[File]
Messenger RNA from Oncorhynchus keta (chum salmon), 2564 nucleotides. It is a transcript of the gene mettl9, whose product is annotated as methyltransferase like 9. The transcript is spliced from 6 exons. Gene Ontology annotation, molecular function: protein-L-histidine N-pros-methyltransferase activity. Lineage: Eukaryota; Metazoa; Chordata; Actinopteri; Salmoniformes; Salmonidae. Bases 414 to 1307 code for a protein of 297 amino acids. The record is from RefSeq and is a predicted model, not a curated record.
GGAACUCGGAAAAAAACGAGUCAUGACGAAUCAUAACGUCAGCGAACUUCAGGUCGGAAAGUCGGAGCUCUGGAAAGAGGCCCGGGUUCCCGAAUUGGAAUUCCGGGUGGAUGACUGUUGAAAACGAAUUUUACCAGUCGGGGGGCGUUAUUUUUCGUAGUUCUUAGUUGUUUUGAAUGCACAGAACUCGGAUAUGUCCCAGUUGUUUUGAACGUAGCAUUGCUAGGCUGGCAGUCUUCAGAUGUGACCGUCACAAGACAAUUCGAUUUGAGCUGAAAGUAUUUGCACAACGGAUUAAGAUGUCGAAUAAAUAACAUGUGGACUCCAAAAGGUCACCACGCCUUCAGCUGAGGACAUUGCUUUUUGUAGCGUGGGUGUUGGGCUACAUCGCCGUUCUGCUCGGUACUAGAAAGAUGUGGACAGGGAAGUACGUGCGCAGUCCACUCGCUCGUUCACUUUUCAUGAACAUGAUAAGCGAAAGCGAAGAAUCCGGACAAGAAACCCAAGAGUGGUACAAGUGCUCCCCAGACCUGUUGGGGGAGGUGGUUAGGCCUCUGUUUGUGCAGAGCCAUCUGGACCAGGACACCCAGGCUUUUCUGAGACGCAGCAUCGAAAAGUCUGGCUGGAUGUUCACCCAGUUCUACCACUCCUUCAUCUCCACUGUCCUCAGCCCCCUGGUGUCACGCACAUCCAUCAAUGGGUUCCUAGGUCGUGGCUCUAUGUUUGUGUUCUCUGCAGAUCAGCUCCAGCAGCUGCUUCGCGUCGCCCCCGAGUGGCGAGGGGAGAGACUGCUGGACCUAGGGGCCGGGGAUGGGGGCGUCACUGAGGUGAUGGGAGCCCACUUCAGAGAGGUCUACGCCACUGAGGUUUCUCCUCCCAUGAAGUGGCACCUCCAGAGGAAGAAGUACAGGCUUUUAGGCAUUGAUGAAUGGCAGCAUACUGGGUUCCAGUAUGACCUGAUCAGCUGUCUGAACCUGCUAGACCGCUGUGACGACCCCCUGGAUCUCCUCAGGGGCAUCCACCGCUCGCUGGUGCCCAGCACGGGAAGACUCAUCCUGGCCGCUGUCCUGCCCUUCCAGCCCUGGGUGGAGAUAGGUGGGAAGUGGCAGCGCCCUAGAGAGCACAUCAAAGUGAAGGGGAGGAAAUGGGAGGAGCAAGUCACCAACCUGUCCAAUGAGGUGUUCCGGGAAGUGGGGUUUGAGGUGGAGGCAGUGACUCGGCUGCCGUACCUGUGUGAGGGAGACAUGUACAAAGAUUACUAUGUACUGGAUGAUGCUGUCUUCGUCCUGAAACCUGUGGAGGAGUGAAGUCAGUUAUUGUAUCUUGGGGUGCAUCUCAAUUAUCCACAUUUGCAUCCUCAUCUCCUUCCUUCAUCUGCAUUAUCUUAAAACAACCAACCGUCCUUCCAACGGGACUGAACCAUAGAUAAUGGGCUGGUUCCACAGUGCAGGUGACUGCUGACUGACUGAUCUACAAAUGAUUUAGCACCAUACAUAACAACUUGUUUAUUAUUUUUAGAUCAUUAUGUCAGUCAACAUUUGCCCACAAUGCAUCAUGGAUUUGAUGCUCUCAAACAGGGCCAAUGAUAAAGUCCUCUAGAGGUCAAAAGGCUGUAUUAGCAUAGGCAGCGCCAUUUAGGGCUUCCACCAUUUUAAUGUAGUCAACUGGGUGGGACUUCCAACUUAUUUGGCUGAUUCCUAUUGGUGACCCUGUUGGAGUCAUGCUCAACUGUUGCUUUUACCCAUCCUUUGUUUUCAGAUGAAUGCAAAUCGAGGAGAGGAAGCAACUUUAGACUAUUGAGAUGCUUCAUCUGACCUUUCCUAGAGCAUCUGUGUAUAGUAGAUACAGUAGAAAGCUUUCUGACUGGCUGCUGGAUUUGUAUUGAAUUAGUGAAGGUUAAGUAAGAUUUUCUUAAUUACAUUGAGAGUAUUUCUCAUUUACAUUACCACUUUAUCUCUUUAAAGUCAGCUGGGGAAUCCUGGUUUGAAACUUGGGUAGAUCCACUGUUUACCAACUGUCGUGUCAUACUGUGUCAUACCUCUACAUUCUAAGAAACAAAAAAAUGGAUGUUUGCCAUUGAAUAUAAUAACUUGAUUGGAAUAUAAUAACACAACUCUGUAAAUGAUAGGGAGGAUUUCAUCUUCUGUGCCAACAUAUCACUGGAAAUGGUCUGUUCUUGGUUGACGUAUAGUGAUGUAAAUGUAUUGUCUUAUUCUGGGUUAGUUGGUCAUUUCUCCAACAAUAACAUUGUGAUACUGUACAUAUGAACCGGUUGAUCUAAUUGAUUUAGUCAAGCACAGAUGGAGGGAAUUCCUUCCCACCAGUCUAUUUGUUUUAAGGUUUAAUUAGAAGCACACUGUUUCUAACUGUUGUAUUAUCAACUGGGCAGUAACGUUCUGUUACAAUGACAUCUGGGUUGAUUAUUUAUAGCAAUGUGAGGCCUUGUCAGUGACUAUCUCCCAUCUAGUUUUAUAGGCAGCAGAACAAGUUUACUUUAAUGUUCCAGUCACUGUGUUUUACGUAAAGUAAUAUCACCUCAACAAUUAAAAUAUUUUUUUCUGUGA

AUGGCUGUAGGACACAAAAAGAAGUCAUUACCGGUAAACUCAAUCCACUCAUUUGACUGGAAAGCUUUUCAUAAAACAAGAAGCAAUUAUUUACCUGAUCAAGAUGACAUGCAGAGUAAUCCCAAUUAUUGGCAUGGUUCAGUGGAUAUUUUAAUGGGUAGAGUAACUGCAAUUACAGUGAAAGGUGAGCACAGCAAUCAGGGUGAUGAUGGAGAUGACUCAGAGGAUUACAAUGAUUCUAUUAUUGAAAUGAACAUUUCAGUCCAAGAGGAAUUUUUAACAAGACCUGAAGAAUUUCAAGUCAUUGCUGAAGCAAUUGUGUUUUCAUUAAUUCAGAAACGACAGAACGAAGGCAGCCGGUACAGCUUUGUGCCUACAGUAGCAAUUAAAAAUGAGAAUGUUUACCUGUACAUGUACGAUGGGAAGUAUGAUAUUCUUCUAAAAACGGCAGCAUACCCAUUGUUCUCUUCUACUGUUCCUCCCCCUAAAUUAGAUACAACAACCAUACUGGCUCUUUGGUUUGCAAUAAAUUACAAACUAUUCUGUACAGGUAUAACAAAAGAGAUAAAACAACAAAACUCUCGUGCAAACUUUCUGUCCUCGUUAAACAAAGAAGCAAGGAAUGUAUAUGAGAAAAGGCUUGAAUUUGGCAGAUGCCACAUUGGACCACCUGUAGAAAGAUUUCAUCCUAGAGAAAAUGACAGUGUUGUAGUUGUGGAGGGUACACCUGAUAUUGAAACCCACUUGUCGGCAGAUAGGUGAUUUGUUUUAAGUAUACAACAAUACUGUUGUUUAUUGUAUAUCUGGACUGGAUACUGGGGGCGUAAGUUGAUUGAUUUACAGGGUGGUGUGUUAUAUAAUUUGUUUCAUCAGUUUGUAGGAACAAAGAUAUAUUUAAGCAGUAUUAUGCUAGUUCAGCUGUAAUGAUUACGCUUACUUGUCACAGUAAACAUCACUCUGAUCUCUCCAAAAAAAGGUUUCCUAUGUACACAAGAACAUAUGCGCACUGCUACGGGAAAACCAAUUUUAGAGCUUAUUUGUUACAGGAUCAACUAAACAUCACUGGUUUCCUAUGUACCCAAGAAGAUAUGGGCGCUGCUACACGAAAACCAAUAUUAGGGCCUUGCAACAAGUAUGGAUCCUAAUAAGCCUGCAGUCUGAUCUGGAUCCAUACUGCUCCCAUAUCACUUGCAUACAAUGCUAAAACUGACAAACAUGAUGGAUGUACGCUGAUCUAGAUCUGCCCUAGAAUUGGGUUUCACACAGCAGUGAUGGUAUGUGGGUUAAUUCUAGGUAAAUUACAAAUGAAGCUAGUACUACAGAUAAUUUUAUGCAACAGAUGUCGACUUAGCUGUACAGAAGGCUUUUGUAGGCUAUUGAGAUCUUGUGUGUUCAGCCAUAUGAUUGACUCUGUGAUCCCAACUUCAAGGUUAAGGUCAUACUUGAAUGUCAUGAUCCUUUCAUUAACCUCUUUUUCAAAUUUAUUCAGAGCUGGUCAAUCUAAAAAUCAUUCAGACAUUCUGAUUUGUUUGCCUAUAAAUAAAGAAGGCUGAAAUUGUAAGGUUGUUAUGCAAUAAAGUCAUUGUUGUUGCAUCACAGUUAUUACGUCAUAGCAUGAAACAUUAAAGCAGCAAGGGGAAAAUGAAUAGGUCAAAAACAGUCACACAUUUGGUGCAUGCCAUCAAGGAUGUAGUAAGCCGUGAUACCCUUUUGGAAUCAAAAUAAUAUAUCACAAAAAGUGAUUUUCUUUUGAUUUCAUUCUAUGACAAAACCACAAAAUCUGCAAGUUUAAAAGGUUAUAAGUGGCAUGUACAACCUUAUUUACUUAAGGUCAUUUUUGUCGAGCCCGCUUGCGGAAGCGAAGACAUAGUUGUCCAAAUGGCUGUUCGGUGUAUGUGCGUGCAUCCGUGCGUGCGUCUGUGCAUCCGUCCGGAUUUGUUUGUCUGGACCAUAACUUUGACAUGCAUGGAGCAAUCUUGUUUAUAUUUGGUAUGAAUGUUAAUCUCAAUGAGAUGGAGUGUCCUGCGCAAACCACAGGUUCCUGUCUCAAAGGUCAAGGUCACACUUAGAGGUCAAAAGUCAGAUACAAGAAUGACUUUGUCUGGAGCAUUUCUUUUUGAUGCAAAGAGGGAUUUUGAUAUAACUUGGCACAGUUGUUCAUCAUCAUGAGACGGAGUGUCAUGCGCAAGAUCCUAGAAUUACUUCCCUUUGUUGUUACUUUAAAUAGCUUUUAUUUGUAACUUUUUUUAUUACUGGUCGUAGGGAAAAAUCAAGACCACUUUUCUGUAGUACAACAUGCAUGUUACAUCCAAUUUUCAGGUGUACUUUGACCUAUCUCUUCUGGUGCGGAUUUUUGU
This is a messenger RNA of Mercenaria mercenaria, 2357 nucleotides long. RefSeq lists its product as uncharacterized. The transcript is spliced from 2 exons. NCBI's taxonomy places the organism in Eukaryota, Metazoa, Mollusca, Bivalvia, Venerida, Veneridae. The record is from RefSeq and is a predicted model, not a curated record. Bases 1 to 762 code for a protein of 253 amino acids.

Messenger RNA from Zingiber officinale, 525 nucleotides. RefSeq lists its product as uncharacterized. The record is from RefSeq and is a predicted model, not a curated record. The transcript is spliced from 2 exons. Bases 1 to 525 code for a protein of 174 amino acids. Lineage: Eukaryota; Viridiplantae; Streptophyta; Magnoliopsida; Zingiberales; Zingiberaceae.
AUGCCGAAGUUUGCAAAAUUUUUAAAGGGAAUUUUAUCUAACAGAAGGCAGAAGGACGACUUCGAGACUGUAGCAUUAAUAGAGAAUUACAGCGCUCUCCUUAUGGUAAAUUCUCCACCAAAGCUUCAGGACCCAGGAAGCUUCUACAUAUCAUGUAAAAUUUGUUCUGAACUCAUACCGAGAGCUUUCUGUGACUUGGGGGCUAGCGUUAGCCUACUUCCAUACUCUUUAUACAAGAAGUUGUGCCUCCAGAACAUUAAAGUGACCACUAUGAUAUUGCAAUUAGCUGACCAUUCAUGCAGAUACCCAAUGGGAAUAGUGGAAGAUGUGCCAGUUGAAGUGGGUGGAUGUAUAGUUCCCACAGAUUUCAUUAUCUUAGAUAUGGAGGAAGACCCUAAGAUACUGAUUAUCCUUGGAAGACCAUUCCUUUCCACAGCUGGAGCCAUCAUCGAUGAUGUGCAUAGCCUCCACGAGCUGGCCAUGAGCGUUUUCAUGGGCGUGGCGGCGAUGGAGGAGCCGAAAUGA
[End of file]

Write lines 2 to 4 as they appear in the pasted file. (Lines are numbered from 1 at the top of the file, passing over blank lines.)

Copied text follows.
GGAACUCGGAAAAAAACGAGUCAUGACGAAUCAUAACGUCAGCGAACUUCAGGUCGGAAAGUCGGAGCUCUGGAAAGAGGCCCGGGUUCCCGAAUUGGAAUUCCGGGUGGAUGACUGUUGAAAACGAAUUUUACCAGUCGGGGGGCGUUAUUUUUCGUAGUUCUUAGUUGUUUUGAAUGCACAGAACUCGGAUAUGUCCCAGUUGUUUUGAACGUAGCAUUGCUAGGCUGGCAGUCUUCAGAUGUGACCGUCACAAGACAAUUCGAUUUGAGCUGAAAGUAUUUGCACAACGGAUUAAGAUGUCGAAUAAAUAACAUGUGGACUCCAAAAGGUCACCACGCCUUCAGCUGAGGACAUUGCUUUUUGUAGCGUGGGUGUUGGGCUACAUCGCCGUUCUGCUCGGUACUAGAAAGAUGUGGACAGGGAAGUACGUGCGCAGUCCACUCGCUCGUUCACUUUUCAUGAACAUGAUAAGCGAAAGCGAAGAAUCCGGACAAGAAACCCAAGAGUGGUACAAGUGCUCCCCAGACCUGUUGGGGGAGGUGGUUAGGCCUCUGUUUGUGCAGAGCCAUCUGGACCAGGACACCCAGGCUUUUCUGAGACGCAGCAUCGAAAAGUCUGGCUGGAUGUUCACCCAGUUCUACCACUCCUUCAUCUCCACUGUCCUCAGCCCCCUGGUGUCACGCACAUCCAUCAAUGGGUUCCUAGGUCGUGGCUCUAUGUUUGUGUUCUCUGCAGAUCAGCUCCAGCAGCUGCUUCGCGUCGCCCCCGAGUGGCGAGGGGAGAGACUGCUGGACCUAGGGGCCGGGGAUGGGGGCGUCACUGAGGUGAUGGGAGCCCACUUCAGAGAGGUCUACGCCACUGAGGUUUCUCCUCCCAUGAAGUGGCACCUCCAGAGGAAGAAGUACAGGCUUUUAGGCAUUGAUGAAUGGCAGCAUACUGGGUUCCAGUAUGACCUGAUCAGCUGUCUGAACCUGCUAGACCGCUGUGACGACCCCCUGGAUCUCCUCAGGGGCAUCCACCGCUCGCUGGUGCCCAGCACGGGAAGACUCAUCCUGGCCGCUGUCCUGCCCUUCCAGCCCUGGGUGGAGAUAGGUGGGAAGUGGCAGCGCCCUAGAGAGCACAUCAAAGUGAAGGGGAGGAAAUGGGAGGAGCAAGUCACCAACCUGUCCAAUGAGGUGUUCCGGGAAGUGGGGUUUGAGGUGGAGGCAGUGACUCGGCUGCCGUACCUGUGUGAGGGAGACAUGUACAAAGAUUACUAUGUACUGGAUGAUGCUGUCUUCGUCCUGAAACCUGUGGAGGAGUGAAGUCAGUUAUUGUAUCUUGGGGUGCAUCUCAAUUAUCCACAUUUGCAUCCUCAUCUCCUUCCUUCAUCUGCAUUAUCUUAAAACAACCAACCGUCCUUCCAACGGGACUGAACCAUAGAUAAUGGGCUGGUUCCACAGUGCAGGUGACUGCUGACUGACUGAUCUACAAAUGAUUUAGCACCAUACAUAACAACUUGUUUAUUAUUUUUAGAUCAUUAUGUCAGUCAACAUUUGCCCACAAUGCAUCAUGGAUUUGAUGCUCUCAAACAGGGCCAAUGAUAAAGUCCUCUAGAGGUCAAAAGGCUGUAUUAGCAUAGGCAGCGCCAUUUAGGGCUUCCACCAUUUUAAUGUAGUCAACUGGGUGGGACUUCCAACUUAUUUGGCUGAUUCCUAUUGGUGACCCUGUUGGAGUCAUGCUCAACUGUUGCUUUUACCCAUCCUUUGUUUUCAGAUGAAUGCAAAUCGAGGAGAGGAAGCAACUUUAGACUAUUGAGAUGCUUCAUCUGACCUUUCCUAGAGCAUCUGUGUAUAGUAGAUACAGUAGAAAGCUUUCUGACUGGCUGCUGGAUUUGUAUUGAAUUAGUGAAGGUUAAGUAAGAUUUUCUUAAUUACAUUGAGAGUAUUUCUCAUUUACAUUACCACUUUAUCUCUUUAAAGUCAGCUGGGGAAUCCUGGUUUGAAACUUGGGUAGAUCCACUGUUUACCAACUGUCGUGUCAUACUGUGUCAUACCUCUACAUUCUAAGAAACAAAAAAAUGGAUGUUUGCCAUUGAAUAUAAUAACUUGAUUGGAAUAUAAUAACACAACUCUGUAAAUGAUAGGGAGGAUUUCAUCUUCUGUGCCAACAUAUCACUGGAAAUGGUCUGUUCUUGGUUGACGUAUAGUGAUGUAAAUGUAUUGUCUUAUUCUGGGUUAGUUGGUCAUUUCUCCAACAAUAACAUUGUGAUACUGUACAUAUGAACCGGUUGAUCUAAUUGAUUUAGUCAAGCACAGAUGGAGGGAAUUCCUUCCCACCAGUCUAUUUGUUUUAAGGUUUAAUUAGAAGCACACUGUUUCUAACUGUUGUAUUAUCAACUGGGCAGUAACGUUCUGUUACAAUGACAUCUGGGUUGAUUAUUUAUAGCAAUGUGAGGCCUUGUCAGUGACUAUCUCCCAUCUAGUUUUAUAGGCAGCAGAACAAGUUUACUUUAAUGUUCCAGUCACUGUGUUUUACGUAAAGUAAUAUCACCUCAACAAUUAAAAUAUUUUUUUCUGUGA

AUGGCUGUAGGACACAAAAAGAAGUCAUUACCGGUAAACUCAAUCCACUCAUUUGACUGGAAAGCUUUUCAUAAAACAAGAAGCAAUUAUUUACCUGAUCAAGAUGACAUGCAGAGUAAUCCCAAUUAUUGGCAUGGUUCAGUGGAUAUUUUAAUGGGUAGAGUAACUGCAAUUACAGUGAAAGGUGAGCACAGCAAUCAGGGUGAUGAUGGAGAUGACUCAGAGGAUUACAAUGAUUCUAUUAUUGAAAUGAACAUUUCAGUCCAAGAGGAAUUUUUAACAAGACCUGAAGAAUUUCAAGUCAUUGCUGAAGCAAUUGUGUUUUCAUUAAUUCAGAAACGACAGAACGAAGGCAGCCGGUACAGCUUUGUGCCUACAGUAGCAAUUAAAAAUGAGAAUGUUUACCUGUACAUGUACGAUGGGAAGUAUGAUAUUCUUCUAAAAACGGCAGCAUACCCAUUGUUCUCUUCUACUGUUCCUCCCCCUAAAUUAGAUACAACAACCAUACUGGCUCUUUGGUUUGCAAUAAAUUACAAACUAUUCUGUACAGGUAUAACAAAAGAGAUAAAACAACAAAACUCUCGUGCAAACUUUCUGUCCUCGUUAAACAAAGAAGCAAGGAAUGUAUAUGAGAAAAGGCUUGAAUUUGGCAGAUGCCACAUUGGACCACCUGUAGAAAGAUUUCAUCCUAGAGAAAAUGACAGUGUUGUAGUUGUGGAGGGUACACCUGAUAUUGAAACCCACUUGUCGGCAGAUAGGUGAUUUGUUUUAAGUAUACAACAAUACUGUUGUUUAUUGUAUAUCUGGACUGGAUACUGGGGGCGUAAGUUGAUUGAUUUACAGGGUGGUGUGUUAUAUAAUUUGUUUCAUCAGUUUGUAGGAACAAAGAUAUAUUUAAGCAGUAUUAUGCUAGUUCAGCUGUAAUGAUUACGCUUACUUGUCACAGUAAACAUCACUCUGAUCUCUCCAAAAAAAGGUUUCCUAUGUACACAAGAACAUAUGCGCACUGCUACGGGAAAACCAAUUUUAGAGCUUAUUUGUUACAGGAUCAACUAAACAUCACUGGUUUCCUAUGUACCCAAGAAGAUAUGGGCGCUGCUACACGAAAACCAAUAUUAGGGCCUUGCAACAAGUAUGGAUCCUAAUAAGCCUGCAGUCUGAUCUGGAUCCAUACUGCUCCCAUAUCACUUGCAUACAAUGCUAAAACUGACAAACAUGAUGGAUGUACGCUGAUCUAGAUCUGCCCUAGAAUUGGGUUUCACACAGCAGUGAUGGUAUGUGGGUUAAUUCUAGGUAAAUUACAAAUGAAGCUAGUACUACAGAUAAUUUUAUGCAACAGAUGUCGACUUAGCUGUACAGAAGGCUUUUGUAGGCUAUUGAGAUCUUGUGUGUUCAGCCAUAUGAUUGACUCUGUGAUCCCAACUUCAAGGUUAAGGUCAUACUUGAAUGUCAUGAUCCUUUCAUUAACCUCUUUUUCAAAUUUAUUCAGAGCUGGUCAAUCUAAAAAUCAUUCAGACAUUCUGAUUUGUUUGCCUAUAAAUAAAGAAGGCUGAAAUUGUAAGGUUGUUAUGCAAUAAAGUCAUUGUUGUUGCAUCACAGUUAUUACGUCAUAGCAUGAAACAUUAAAGCAGCAAGGGGAAAAUGAAUAGGUCAAAAACAGUCACACAUUUGGUGCAUGCCAUCAAGGAUGUAGUAAGCCGUGAUACCCUUUUGGAAUCAAAAUAAUAUAUCACAAAAAGUGAUUUUCUUUUGAUUUCAUUCUAUGACAAAACCACAAAAUCUGCAAGUUUAAAAGGUUAUAAGUGGCAUGUACAACCUUAUUUACUUAAGGUCAUUUUUGUCGAGCCCGCUUGCGGAAGCGAAGACAUAGUUGUCCAAAUGGCUGUUCGGUGUAUGUGCGUGCAUCCGUGCGUGCGUCUGUGCAUCCGUCCGGAUUUGUUUGUCUGGACCAUAACUUUGACAUGCAUGGAGCAAUCUUGUUUAUAUUUGGUAUGAAUGUUAAUCUCAAUGAGAUGGAGUGUCCUGCGCAAACCACAGGUUCCUGUCUCAAAGGUCAAGGUCACACUUAGAGGUCAAAAGUCAGAUACAAGAAUGACUUUGUCUGGAGCAUUUCUUUUUGAUGCAAAGAGGGAUUUUGAUAUAACUUGGCACAGUUGUUCAUCAUCAUGAGACGGAGUGUCAUGCGCAAGAUCCUAGAAUUACUUCCCUUUGUUGUUACUUUAAAUAGCUUUUAUUUGUAACUUUUUUUAUUACUGGUCGUAGGGAAAAAUCAAGACCACUUUUCUGUAGUACAACAUGCAUGUUACAUCCAAUUUUCAGGUGUACUUUGACCUAUCUCUUCUGGUGCGGAUUUUUGU
This is a messenger RNA of Mercenaria mercenaria, 2357 nucleotides long. RefSeq lists its product as uncharacterized. The transcript is spliced from 2 exons. NCBI's taxonomy places the organism in Eukaryota, Metazoa, Mollusca, Bivalvia, Venerida, Veneridae. The record is from RefSeq and is a predicted model, not a curated record. Bases 1 to 762 code for a protein of 253 amino acids.